Washington's Wine Industry: Past, Present, and Future.
In the past ten years, Washington's wine industry has gained substantial recognition world wide for growing premium wines. The Northwest state is now ranking with some of the finest regions of the world. Although it is still early in the farming of grapes in Washington, the Eastern portion of the state has seen tremendous increases in total acreage of wine grapes. This in turn has increased total output of wine itself. Now the wineries must find new and creative ways to sell this wine as growers rush to plant in premium sites and cash in on this promising and lucrative crop. .
Many factors contributing to this honor started millions of years ago when magma flows covered nearly all of Central and Eastern Washington. Later a massive glacier pushed southward from Canada to Idaho, damming the Clark Fork River. The waters of the Clark backed up high into the mountain valleys of Western Montana, forming Lake Missoula. Eventually, this glacial dam broke under its own force and created one of the world's greatest floods. These floods raced across the Columbia Valley and dammed up were Tri-Cities is located at today. This is when the precious sediment settled to the floor and patiently waited thousands of years to be utilized for its destiny, growing grapes (Meredith 15-24).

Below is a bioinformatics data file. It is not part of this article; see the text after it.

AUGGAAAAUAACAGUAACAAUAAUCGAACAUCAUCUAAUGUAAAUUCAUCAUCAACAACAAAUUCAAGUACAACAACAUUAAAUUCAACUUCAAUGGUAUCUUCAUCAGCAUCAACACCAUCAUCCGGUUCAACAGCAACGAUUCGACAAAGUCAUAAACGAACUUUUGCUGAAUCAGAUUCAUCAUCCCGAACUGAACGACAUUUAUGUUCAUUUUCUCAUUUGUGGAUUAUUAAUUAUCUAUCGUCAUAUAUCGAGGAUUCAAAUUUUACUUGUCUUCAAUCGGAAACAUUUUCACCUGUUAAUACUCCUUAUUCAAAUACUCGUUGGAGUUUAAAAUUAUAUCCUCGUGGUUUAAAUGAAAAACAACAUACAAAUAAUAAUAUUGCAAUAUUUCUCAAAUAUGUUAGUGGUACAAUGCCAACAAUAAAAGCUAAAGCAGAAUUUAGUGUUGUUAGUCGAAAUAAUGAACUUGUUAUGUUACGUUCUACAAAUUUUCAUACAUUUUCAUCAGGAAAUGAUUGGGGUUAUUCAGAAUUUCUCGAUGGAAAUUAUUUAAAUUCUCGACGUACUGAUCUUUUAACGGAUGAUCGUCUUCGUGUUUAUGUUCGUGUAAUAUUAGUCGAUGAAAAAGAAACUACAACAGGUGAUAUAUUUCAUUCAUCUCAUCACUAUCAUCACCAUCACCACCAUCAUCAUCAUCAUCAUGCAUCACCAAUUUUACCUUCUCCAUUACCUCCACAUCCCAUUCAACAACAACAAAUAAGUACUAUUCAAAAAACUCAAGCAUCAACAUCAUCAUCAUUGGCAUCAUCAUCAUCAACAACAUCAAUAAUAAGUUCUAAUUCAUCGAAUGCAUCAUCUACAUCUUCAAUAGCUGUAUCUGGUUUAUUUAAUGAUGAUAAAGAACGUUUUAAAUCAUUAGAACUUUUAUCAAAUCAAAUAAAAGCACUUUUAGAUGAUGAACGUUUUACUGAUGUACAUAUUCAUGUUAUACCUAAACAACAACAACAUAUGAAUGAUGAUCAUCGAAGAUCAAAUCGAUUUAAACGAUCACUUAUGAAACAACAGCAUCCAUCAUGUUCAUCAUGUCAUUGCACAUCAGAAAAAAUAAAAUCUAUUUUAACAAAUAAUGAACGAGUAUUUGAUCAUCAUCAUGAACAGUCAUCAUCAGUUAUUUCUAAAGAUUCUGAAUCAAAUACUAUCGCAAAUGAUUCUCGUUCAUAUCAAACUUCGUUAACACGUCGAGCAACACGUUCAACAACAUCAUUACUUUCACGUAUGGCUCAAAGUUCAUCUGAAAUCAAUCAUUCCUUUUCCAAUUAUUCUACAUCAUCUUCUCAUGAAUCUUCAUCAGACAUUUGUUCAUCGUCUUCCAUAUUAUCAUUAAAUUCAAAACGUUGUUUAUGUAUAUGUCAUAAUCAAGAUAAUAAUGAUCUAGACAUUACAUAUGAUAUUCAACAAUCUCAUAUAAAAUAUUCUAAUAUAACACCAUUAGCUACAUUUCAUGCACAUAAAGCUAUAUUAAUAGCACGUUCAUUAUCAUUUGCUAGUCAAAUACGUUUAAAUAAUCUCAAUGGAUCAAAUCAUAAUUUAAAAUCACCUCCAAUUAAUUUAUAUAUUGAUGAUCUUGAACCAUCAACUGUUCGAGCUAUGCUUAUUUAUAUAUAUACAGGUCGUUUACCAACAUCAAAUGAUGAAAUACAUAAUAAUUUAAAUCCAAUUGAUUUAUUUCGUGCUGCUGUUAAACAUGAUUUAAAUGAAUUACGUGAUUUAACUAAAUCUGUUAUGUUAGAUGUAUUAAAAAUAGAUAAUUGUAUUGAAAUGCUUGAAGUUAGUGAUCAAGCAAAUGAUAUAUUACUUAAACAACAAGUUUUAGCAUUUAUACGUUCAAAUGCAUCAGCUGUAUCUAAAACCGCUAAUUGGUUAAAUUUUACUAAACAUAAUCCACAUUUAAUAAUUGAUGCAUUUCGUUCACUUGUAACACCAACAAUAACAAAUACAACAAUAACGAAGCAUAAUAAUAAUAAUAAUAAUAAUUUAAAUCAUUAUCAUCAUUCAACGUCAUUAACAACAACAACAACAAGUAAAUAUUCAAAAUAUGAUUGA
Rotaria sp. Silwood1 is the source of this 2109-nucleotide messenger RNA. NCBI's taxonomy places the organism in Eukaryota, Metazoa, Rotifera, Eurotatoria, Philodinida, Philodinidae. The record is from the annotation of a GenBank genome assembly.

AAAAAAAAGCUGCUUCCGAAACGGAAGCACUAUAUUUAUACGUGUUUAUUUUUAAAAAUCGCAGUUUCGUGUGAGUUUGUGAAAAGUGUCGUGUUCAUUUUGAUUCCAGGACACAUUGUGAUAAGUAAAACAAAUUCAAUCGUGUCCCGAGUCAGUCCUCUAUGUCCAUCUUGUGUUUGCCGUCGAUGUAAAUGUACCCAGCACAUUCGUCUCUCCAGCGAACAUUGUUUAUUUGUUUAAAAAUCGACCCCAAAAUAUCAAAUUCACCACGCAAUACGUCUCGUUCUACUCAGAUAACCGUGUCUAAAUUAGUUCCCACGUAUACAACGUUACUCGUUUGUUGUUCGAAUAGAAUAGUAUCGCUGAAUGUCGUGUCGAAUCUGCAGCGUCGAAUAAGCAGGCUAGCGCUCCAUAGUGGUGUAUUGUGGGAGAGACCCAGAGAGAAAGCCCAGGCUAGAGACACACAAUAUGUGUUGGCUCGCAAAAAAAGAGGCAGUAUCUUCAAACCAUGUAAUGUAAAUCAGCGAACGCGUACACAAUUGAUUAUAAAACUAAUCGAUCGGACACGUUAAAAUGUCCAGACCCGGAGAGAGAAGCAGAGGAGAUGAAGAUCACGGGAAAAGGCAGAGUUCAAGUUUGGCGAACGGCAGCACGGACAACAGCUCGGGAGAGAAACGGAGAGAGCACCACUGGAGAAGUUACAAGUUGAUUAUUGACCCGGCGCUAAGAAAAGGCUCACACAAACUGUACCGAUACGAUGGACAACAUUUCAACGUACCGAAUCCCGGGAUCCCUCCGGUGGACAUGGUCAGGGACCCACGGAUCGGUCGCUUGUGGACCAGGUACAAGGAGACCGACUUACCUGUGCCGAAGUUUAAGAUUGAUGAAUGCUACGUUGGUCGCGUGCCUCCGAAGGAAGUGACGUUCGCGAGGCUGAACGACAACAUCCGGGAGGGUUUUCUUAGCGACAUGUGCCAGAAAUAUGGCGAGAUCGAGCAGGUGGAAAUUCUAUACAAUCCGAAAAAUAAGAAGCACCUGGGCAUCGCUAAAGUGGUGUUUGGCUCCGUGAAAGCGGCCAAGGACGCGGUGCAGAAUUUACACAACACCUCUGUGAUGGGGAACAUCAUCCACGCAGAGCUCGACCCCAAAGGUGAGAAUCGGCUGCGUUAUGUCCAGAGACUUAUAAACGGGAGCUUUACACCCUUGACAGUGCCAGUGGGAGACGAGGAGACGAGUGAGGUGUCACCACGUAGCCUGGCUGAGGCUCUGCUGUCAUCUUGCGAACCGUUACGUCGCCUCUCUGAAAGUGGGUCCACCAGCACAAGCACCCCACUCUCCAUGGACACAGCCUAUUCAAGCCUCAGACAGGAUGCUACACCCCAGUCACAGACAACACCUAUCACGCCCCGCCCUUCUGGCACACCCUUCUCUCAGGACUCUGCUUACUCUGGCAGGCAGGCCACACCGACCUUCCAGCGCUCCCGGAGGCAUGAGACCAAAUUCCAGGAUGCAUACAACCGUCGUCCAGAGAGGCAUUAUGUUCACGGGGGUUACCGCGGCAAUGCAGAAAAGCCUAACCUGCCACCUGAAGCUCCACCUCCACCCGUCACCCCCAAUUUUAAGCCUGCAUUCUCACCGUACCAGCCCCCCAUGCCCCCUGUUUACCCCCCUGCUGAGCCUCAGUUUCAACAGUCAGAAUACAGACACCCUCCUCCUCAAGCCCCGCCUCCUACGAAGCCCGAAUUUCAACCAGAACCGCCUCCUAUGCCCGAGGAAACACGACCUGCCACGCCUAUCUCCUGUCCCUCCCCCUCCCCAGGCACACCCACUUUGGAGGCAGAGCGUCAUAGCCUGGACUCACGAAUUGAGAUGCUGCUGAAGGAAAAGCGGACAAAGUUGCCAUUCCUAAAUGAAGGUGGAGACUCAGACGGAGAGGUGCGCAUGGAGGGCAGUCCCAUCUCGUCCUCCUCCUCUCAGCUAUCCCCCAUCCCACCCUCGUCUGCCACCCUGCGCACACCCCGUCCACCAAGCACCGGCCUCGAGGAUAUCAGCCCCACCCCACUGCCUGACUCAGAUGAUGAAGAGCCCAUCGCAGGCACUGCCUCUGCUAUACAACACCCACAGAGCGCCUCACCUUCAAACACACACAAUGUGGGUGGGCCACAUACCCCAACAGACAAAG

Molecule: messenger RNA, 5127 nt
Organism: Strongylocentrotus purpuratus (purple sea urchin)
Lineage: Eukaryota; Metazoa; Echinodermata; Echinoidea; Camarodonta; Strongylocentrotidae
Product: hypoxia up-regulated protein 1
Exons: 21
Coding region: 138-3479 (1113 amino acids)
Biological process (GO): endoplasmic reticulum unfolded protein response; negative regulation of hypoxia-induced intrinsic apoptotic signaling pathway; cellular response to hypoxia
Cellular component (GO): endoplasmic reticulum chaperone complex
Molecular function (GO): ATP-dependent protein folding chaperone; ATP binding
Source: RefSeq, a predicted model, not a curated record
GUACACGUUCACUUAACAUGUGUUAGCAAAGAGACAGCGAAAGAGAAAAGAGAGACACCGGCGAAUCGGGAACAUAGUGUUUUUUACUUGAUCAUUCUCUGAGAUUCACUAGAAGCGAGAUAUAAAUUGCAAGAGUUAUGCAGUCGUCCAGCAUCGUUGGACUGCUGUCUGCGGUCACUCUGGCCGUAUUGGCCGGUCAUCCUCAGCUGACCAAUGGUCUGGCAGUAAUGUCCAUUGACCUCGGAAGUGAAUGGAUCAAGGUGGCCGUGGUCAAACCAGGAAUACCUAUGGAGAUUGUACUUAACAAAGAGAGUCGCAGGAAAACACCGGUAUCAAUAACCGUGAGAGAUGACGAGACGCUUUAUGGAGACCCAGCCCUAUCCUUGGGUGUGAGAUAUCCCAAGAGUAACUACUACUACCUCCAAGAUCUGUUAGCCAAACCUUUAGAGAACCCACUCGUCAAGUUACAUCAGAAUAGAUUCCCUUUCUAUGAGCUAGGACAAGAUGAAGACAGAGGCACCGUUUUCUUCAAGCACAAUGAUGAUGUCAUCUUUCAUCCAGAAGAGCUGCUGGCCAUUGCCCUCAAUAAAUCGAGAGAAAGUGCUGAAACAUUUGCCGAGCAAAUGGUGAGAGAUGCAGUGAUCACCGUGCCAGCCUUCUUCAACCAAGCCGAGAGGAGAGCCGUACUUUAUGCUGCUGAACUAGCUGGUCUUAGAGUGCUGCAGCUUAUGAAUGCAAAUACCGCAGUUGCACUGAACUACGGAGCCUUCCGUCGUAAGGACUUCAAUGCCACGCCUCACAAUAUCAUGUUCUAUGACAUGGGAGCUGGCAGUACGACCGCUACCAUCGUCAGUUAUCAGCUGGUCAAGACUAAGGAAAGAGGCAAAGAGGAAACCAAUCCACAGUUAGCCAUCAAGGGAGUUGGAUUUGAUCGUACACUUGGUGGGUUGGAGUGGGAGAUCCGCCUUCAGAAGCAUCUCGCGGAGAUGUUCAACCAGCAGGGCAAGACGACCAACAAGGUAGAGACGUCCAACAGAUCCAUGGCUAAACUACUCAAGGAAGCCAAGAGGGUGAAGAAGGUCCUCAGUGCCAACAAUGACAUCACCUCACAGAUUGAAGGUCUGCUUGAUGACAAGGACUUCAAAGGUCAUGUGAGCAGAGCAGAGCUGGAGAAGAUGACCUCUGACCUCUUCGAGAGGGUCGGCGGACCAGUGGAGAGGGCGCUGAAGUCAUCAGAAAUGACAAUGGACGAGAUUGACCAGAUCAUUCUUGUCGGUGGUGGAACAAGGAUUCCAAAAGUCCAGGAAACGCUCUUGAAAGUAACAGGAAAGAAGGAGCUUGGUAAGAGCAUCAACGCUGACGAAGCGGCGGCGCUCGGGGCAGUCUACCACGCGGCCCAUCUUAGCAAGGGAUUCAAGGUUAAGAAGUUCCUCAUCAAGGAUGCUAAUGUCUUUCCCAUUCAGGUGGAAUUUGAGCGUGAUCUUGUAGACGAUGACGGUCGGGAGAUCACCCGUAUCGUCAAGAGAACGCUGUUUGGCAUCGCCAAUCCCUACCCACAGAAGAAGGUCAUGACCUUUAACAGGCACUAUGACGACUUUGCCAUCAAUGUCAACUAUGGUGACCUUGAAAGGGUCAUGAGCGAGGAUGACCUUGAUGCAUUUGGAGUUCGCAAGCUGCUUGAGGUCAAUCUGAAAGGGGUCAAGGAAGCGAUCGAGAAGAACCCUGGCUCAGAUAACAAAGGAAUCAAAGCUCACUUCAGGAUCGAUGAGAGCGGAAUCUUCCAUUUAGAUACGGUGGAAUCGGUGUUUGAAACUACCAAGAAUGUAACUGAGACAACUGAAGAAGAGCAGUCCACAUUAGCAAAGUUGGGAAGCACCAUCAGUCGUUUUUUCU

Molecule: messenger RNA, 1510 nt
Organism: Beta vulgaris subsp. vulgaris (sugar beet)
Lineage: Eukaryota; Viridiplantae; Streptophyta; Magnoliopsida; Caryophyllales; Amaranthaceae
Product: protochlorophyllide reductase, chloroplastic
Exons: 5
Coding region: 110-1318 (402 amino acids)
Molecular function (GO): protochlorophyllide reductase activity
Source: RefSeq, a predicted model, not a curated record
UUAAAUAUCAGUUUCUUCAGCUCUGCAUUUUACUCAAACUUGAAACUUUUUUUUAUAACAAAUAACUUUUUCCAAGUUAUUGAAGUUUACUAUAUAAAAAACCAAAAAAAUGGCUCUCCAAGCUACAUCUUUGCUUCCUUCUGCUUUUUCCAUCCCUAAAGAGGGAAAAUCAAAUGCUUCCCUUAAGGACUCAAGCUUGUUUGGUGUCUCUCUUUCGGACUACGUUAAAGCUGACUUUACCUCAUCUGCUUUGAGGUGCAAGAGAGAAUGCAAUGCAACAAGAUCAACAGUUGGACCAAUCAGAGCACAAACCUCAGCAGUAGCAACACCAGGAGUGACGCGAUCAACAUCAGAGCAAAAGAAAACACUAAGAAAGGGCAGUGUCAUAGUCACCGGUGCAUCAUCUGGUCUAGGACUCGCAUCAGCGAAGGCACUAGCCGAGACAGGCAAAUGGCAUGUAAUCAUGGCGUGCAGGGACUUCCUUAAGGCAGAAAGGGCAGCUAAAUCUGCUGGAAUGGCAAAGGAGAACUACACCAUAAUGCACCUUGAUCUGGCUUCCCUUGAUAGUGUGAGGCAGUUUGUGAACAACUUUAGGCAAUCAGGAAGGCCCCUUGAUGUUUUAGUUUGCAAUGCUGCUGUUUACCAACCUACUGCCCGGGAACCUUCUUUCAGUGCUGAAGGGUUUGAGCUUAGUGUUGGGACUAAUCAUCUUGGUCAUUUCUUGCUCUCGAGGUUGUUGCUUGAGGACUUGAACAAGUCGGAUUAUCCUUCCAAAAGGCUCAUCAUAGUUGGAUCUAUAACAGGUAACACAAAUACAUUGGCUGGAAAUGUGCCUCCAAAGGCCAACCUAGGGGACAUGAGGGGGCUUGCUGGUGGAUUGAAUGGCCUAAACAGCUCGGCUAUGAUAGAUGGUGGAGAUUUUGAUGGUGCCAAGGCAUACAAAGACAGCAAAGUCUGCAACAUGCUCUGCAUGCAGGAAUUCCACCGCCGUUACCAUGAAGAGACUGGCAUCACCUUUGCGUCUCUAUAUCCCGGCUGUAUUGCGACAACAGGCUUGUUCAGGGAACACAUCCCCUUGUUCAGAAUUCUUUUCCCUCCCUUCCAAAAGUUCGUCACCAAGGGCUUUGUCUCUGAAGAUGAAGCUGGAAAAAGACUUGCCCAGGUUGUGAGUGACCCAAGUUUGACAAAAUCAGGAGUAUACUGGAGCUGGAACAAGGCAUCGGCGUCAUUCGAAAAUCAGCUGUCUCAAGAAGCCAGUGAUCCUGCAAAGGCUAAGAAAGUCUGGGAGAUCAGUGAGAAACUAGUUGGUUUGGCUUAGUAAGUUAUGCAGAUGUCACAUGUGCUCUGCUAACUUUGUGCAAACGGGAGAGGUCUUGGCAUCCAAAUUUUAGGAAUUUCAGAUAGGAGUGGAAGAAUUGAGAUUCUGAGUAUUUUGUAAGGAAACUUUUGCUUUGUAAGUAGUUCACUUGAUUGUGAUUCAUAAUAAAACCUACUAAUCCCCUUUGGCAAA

Shortly after Lewis and Clark explored the Columbia and Snake Rivers, Hudson's Bay Company established a trading center at Fort Vancouver, WA. It is believed that grape seeds imported from England by this company were the first grapes planted in Washington back in 1825. After 1847, most of Eastern Washington was closing to new .
settlement due to the Whitman Massacre and unstable relationships with the native Indians. For this reason, most new arrivals settled in the Puget Sound region or south in the Willamette Valley. One newcomer, named William Meek, planted Isabella, a white wine grape that immediately won an award at the 1859 California State Fair and perhaps started recognition for Washington's potential as a legitimate region for making wine (Irvine 37, 49).